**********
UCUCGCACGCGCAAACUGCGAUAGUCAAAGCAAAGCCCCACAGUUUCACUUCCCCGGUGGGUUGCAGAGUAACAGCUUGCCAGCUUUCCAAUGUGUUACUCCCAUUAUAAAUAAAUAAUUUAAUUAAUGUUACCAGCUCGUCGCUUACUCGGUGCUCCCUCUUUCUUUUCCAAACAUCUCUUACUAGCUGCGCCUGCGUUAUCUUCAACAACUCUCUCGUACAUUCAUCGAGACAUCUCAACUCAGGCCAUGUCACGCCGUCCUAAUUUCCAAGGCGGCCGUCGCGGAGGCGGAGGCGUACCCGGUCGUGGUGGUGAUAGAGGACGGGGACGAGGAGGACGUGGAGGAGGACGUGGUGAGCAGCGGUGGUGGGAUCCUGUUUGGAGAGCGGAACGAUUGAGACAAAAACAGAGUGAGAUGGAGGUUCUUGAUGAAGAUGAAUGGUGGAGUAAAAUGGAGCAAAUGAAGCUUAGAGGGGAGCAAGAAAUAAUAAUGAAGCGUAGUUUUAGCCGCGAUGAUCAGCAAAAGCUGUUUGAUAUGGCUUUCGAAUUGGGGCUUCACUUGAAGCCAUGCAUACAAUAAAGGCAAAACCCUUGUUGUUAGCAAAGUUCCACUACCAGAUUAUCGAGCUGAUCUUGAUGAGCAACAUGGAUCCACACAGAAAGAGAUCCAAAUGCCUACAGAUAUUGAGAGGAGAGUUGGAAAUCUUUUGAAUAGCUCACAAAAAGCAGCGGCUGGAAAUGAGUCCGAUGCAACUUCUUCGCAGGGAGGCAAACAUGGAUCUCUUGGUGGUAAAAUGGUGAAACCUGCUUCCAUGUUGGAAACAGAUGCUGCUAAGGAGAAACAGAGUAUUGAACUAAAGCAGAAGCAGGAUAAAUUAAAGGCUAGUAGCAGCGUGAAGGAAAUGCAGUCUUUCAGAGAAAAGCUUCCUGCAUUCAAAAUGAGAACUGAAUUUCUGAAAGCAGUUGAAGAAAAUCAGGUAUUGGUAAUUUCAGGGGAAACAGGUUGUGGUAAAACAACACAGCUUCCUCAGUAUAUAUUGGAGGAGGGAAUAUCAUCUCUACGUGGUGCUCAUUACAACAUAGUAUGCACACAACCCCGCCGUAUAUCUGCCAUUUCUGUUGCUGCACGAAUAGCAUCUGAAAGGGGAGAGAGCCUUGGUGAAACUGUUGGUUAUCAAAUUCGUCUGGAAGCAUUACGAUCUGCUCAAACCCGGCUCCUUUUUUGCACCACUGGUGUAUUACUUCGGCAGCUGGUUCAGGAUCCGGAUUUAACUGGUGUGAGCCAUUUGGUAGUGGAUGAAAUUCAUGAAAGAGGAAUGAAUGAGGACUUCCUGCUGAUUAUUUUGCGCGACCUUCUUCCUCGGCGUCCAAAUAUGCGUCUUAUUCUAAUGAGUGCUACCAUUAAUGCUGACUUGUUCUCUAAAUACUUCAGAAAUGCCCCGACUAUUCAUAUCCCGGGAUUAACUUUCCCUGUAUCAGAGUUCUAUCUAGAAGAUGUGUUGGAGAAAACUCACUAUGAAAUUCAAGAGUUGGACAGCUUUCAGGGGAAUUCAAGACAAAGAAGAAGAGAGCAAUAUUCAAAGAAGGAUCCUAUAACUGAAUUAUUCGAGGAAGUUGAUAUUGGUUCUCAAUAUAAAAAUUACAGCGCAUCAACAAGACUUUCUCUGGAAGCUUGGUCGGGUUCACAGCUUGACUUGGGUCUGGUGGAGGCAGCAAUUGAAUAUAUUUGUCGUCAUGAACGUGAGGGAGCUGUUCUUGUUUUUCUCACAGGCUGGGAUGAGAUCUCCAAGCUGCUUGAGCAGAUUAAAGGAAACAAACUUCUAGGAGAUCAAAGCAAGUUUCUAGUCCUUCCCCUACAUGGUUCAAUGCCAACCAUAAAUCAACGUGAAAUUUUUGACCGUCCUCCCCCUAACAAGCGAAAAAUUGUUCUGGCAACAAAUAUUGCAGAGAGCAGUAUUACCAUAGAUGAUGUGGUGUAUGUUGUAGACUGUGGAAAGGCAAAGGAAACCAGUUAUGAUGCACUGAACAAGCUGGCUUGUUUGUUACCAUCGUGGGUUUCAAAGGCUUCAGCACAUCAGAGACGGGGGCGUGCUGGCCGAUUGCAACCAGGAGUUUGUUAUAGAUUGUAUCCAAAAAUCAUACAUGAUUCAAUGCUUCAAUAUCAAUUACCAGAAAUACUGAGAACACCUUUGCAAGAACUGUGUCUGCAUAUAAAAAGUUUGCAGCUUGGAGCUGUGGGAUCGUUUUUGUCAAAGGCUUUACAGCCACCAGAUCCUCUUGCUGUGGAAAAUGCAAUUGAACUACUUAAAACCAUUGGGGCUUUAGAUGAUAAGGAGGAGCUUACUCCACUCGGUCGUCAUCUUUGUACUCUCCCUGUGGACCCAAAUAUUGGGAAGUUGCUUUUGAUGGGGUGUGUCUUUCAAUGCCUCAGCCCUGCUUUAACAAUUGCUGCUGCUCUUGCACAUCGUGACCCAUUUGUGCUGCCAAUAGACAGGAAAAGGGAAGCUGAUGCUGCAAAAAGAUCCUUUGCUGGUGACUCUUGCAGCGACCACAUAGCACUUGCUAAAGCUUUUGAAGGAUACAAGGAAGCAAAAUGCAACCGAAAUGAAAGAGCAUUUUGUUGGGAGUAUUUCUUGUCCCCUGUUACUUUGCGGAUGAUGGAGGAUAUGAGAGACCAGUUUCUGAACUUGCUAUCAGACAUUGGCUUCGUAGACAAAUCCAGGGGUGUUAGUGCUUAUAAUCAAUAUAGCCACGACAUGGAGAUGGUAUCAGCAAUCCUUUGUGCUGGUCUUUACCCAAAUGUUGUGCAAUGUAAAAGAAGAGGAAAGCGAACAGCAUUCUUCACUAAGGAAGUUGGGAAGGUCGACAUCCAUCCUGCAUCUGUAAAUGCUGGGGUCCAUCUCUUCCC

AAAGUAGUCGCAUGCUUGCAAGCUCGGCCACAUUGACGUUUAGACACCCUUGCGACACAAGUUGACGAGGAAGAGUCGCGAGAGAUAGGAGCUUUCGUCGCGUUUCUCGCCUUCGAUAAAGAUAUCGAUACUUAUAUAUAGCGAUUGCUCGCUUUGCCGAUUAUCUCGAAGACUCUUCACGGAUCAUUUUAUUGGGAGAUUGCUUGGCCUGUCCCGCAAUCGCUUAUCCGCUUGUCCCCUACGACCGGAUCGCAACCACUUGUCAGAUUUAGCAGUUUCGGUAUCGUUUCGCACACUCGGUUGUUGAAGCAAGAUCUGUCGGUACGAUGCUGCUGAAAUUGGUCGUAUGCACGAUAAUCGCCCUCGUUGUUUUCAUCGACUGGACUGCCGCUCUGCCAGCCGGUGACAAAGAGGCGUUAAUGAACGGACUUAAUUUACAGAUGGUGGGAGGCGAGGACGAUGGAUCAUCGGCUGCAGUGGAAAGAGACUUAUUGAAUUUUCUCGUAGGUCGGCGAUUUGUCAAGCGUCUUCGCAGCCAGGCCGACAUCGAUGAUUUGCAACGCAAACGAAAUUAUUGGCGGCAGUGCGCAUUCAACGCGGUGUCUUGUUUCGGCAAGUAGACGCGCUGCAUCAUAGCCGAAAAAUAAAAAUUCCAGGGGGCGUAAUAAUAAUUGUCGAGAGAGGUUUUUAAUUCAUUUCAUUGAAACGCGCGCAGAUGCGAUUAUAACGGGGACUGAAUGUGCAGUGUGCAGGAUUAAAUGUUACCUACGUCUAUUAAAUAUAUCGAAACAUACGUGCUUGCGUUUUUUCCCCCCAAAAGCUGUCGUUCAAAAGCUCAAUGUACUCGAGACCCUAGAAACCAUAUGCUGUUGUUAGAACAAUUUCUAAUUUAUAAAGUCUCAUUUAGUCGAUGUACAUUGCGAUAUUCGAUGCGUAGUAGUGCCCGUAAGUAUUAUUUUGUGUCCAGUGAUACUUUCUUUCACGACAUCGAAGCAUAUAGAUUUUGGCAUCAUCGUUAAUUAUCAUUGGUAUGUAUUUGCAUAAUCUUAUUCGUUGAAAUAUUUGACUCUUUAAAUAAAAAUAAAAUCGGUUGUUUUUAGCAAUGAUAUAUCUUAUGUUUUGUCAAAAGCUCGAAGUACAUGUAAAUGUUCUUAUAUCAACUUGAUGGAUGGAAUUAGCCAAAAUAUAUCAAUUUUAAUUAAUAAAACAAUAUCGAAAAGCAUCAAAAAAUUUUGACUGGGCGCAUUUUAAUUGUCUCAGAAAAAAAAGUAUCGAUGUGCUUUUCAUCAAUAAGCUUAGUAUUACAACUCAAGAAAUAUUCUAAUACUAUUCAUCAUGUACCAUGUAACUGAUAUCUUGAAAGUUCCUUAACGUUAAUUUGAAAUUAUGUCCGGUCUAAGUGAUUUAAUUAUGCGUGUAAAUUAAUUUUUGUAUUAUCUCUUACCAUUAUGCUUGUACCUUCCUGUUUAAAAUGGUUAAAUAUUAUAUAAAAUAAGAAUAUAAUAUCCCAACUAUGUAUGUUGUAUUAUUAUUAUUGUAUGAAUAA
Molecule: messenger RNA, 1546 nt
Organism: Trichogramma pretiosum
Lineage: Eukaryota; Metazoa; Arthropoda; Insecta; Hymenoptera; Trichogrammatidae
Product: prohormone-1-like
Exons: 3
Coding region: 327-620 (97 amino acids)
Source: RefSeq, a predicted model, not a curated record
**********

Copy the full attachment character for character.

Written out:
UCUCGCACGCGCAAACUGCGAUAGUCAAAGCAAAGCCCCACAGUUUCACUUCCCCGGUGGGUUGCAGAGUAACAGCUUGCCAGCUUUCCAAUGUGUUACUCCCAUUAUAAAUAAAUAAUUUAAUUAAUGUUACCAGCUCGUCGCUUACUCGGUGCUCCCUCUUUCUUUUCCAAACAUCUCUUACUAGCUGCGCCUGCGUUAUCUUCAACAACUCUCUCGUACAUUCAUCGAGACAUCUCAACUCAGGCCAUGUCACGCCGUCCUAAUUUCCAAGGCGGCCGUCGCGGAGGCGGAGGCGUACCCGGUCGUGGUGGUGAUAGAGGACGGGGACGAGGAGGACGUGGAGGAGGACGUGGUGAGCAGCGGUGGUGGGAUCCUGUUUGGAGAGCGGAACGAUUGAGACAAAAACAGAGUGAGAUGGAGGUUCUUGAUGAAGAUGAAUGGUGGAGUAAAAUGGAGCAAAUGAAGCUUAGAGGGGAGCAAGAAAUAAUAAUGAAGCGUAGUUUUAGCCGCGAUGAUCAGCAAAAGCUGUUUGAUAUGGCUUUCGAAUUGGGGCUUCACUUGAAGCCAUGCAUACAAUAAAGGCAAAACCCUUGUUGUUAGCAAAGUUCCACUACCAGAUUAUCGAGCUGAUCUUGAUGAGCAACAUGGAUCCACACAGAAAGAGAUCCAAAUGCCUACAGAUAUUGAGAGGAGAGUUGGAAAUCUUUUGAAUAGCUCACAAAAAGCAGCGGCUGGAAAUGAGUCCGAUGCAACUUCUUCGCAGGGAGGCAAACAUGGAUCUCUUGGUGGUAAAAUGGUGAAACCUGCUUCCAUGUUGGAAACAGAUGCUGCUAAGGAGAAACAGAGUAUUGAACUAAAGCAGAAGCAGGAUAAAUUAAAGGCUAGUAGCAGCGUGAAGGAAAUGCAGUCUUUCAGAGAAAAGCUUCCUGCAUUCAAAAUGAGAACUGAAUUUCUGAAAGCAGUUGAAGAAAAUCAGGUAUUGGUAAUUUCAGGGGAAACAGGUUGUGGUAAAACAACACAGCUUCCUCAGUAUAUAUUGGAGGAGGGAAUAUCAUCUCUACGUGGUGCUCAUUACAACAUAGUAUGCACACAACCCCGCCGUAUAUCUGCCAUUUCUGUUGCUGCACGAAUAGCAUCUGAAAGGGGAGAGAGCCUUGGUGAAACUGUUGGUUAUCAAAUUCGUCUGGAAGCAUUACGAUCUGCUCAAACCCGGCUCCUUUUUUGCACCACUGGUGUAUUACUUCGGCAGCUGGUUCAGGAUCCGGAUUUAACUGGUGUGAGCCAUUUGGUAGUGGAUGAAAUUCAUGAAAGAGGAAUGAAUGAGGACUUCCUGCUGAUUAUUUUGCGCGACCUUCUUCCUCGGCGUCCAAAUAUGCGUCUUAUUCUAAUGAGUGCUACCAUUAAUGCUGACUUGUUCUCUAAAUACUUCAGAAAUGCCCCGACUAUUCAUAUCCCGGGAUUAACUUUCCCUGUAUCAGAGUUCUAUCUAGAAGAUGUGUUGGAGAAAACUCACUAUGAAAUUCAAGAGUUGGACAGCUUUCAGGGGAAUUCAAGACAAAGAAGAAGAGAGCAAUAUUCAAAGAAGGAUCCUAUAACUGAAUUAUUCGAGGAAGUUGAUAUUGGUUCUCAAUAUAAAAAUUACAGCGCAUCAACAAGACUUUCUCUGGAAGCUUGGUCGGGUUCACAGCUUGACUUGGGUCUGGUGGAGGCAGCAAUUGAAUAUAUUUGUCGUCAUGAACGUGAGGGAGCUGUUCUUGUUUUUCUCACAGGCUGGGAUGAGAUCUCCAAGCUGCUUGAGCAGAUUAAAGGAAACAAACUUCUAGGAGAUCAAAGCAAGUUUCUAGUCCUUCCCCUACAUGGUUCAAUGCCAACCAUAAAUCAACGUGAAAUUUUUGACCGUCCUCCCCCUAACAAGCGAAAAAUUGUUCUGGCAACAAAUAUUGCAGAGAGCAGUAUUACCAUAGAUGAUGUGGUGUAUGUUGUAGACUGUGGAAAGGCAAAGGAAACCAGUUAUGAUGCACUGAACAAGCUGGCUUGUUUGUUACCAUCGUGGGUUUCAAAGGCUUCAGCACAUCAGAGACGGGGGCGUGCUGGCCGAUUGCAACCAGGAGUUUGUUAUAGAUUGUAUCCAAAAAUCAUACAUGAUUCAAUGCUUCAAUAUCAAUUACCAGAAAUACUGAGAACACCUUUGCAAGAACUGUGUCUGCAUAUAAAAAGUUUGCAGCUUGGAGCUGUGGGAUCGUUUUUGUCAAAGGCUUUACAGCCACCAGAUCCUCUUGCUGUGGAAAAUGCAAUUGAACUACUUAAAACCAUUGGGGCUUUAGAUGAUAAGGAGGAGCUUACUCCACUCGGUCGUCAUCUUUGUACUCUCCCUGUGGACCCAAAUAUUGGGAAGUUGCUUUUGAUGGGGUGUGUCUUUCAAUGCCUCAGCCCUGCUUUAACAAUUGCUGCUGCUCUUGCACAUCGUGACCCAUUUGUGCUGCCAAUAGACAGGAAAAGGGAAGCUGAUGCUGCAAAAAGAUCCUUUGCUGGUGACUCUUGCAGCGACCACAUAGCACUUGCUAAAGCUUUUGAAGGAUACAAGGAAGCAAAAUGCAACCGAAAUGAAAGAGCAUUUUGUUGGGAGUAUUUCUUGUCCCCUGUUACUUUGCGGAUGAUGGAGGAUAUGAGAGACCAGUUUCUGAACUUGCUAUCAGACAUUGGCUUCGUAGACAAAUCCAGGGGUGUUAGUGCUUAUAAUCAAUAUAGCCACGACAUGGAGAUGGUAUCAGCAAUCCUUUGUGCUGGUCUUUACCCAAAUGUUGUGCAAUGUAAAAGAAGAGGAAAGCGAACAGCAUUCUUCACUAAGGAAGUUGGGAAGGUCGACAUCCAUCCUGCAUCUGUAAAUGCUGGGGUCCAUCUCUUCCC

AAAGUAGUCGCAUGCUUGCAAGCUCGGCCACAUUGACGUUUAGACACCCUUGCGACACAAGUUGACGAGGAAGAGUCGCGAGAGAUAGGAGCUUUCGUCGCGUUUCUCGCCUUCGAUAAAGAUAUCGAUACUUAUAUAUAGCGAUUGCUCGCUUUGCCGAUUAUCUCGAAGACUCUUCACGGAUCAUUUUAUUGGGAGAUUGCUUGGCCUGUCCCGCAAUCGCUUAUCCGCUUGUCCCCUACGACCGGAUCGCAACCACUUGUCAGAUUUAGCAGUUUCGGUAUCGUUUCGCACACUCGGUUGUUGAAGCAAGAUCUGUCGGUACGAUGCUGCUGAAAUUGGUCGUAUGCACGAUAAUCGCCCUCGUUGUUUUCAUCGACUGGACUGCCGCUCUGCCAGCCGGUGACAAAGAGGCGUUAAUGAACGGACUUAAUUUACAGAUGGUGGGAGGCGAGGACGAUGGAUCAUCGGCUGCAGUGGAAAGAGACUUAUUGAAUUUUCUCGUAGGUCGGCGAUUUGUCAAGCGUCUUCGCAGCCAGGCCGACAUCGAUGAUUUGCAACGCAAACGAAAUUAUUGGCGGCAGUGCGCAUUCAACGCGGUGUCUUGUUUCGGCAAGUAGACGCGCUGCAUCAUAGCCGAAAAAUAAAAAUUCCAGGGGGCGUAAUAAUAAUUGUCGAGAGAGGUUUUUAAUUCAUUUCAUUGAAACGCGCGCAGAUGCGAUUAUAACGGGGACUGAAUGUGCAGUGUGCAGGAUUAAAUGUUACCUACGUCUAUUAAAUAUAUCGAAACAUACGUGCUUGCGUUUUUUCCCCCCAAAAGCUGUCGUUCAAAAGCUCAAUGUACUCGAGACCCUAGAAACCAUAUGCUGUUGUUAGAACAAUUUCUAAUUUAUAAAGUCUCAUUUAGUCGAUGUACAUUGCGAUAUUCGAUGCGUAGUAGUGCCCGUAAGUAUUAUUUUGUGUCCAGUGAUACUUUCUUUCACGACAUCGAAGCAUAUAGAUUUUGGCAUCAUCGUUAAUUAUCAUUGGUAUGUAUUUGCAUAAUCUUAUUCGUUGAAAUAUUUGACUCUUUAAAUAAAAAUAAAAUCGGUUGUUUUUAGCAAUGAUAUAUCUUAUGUUUUGUCAAAAGCUCGAAGUACAUGUAAAUGUUCUUAUAUCAACUUGAUGGAUGGAAUUAGCCAAAAUAUAUCAAUUUUAAUUAAUAAAACAAUAUCGAAAAGCAUCAAAAAAUUUUGACUGGGCGCAUUUUAAUUGUCUCAGAAAAAAAAGUAUCGAUGUGCUUUUCAUCAAUAAGCUUAGUAUUACAACUCAAGAAAUAUUCUAAUACUAUUCAUCAUGUACCAUGUAACUGAUAUCUUGAAAGUUCCUUAACGUUAAUUUGAAAUUAUGUCCGGUCUAAGUGAUUUAAUUAUGCGUGUAAAUUAAUUUUUGUAUUAUCUCUUACCAUUAUGCUUGUACCUUCCUGUUUAAAAUGGUUAAAUAUUAUAUAAAAUAAGAAUAUAAUAUCCCAACUAUGUAUGUUGUAUUAUUAUUAUUGUAUGAAUAA
Molecule: messenger RNA, 1546 nt
Organism: Trichogramma pretiosum
Lineage: Eukaryota; Metazoa; Arthropoda; Insecta; Hymenoptera; Trichogrammatidae
Product: prohormone-1-like
Exons: 3
Coding region: 327-620 (97 amino acids)
Source: RefSeq, a predicted model, not a curated record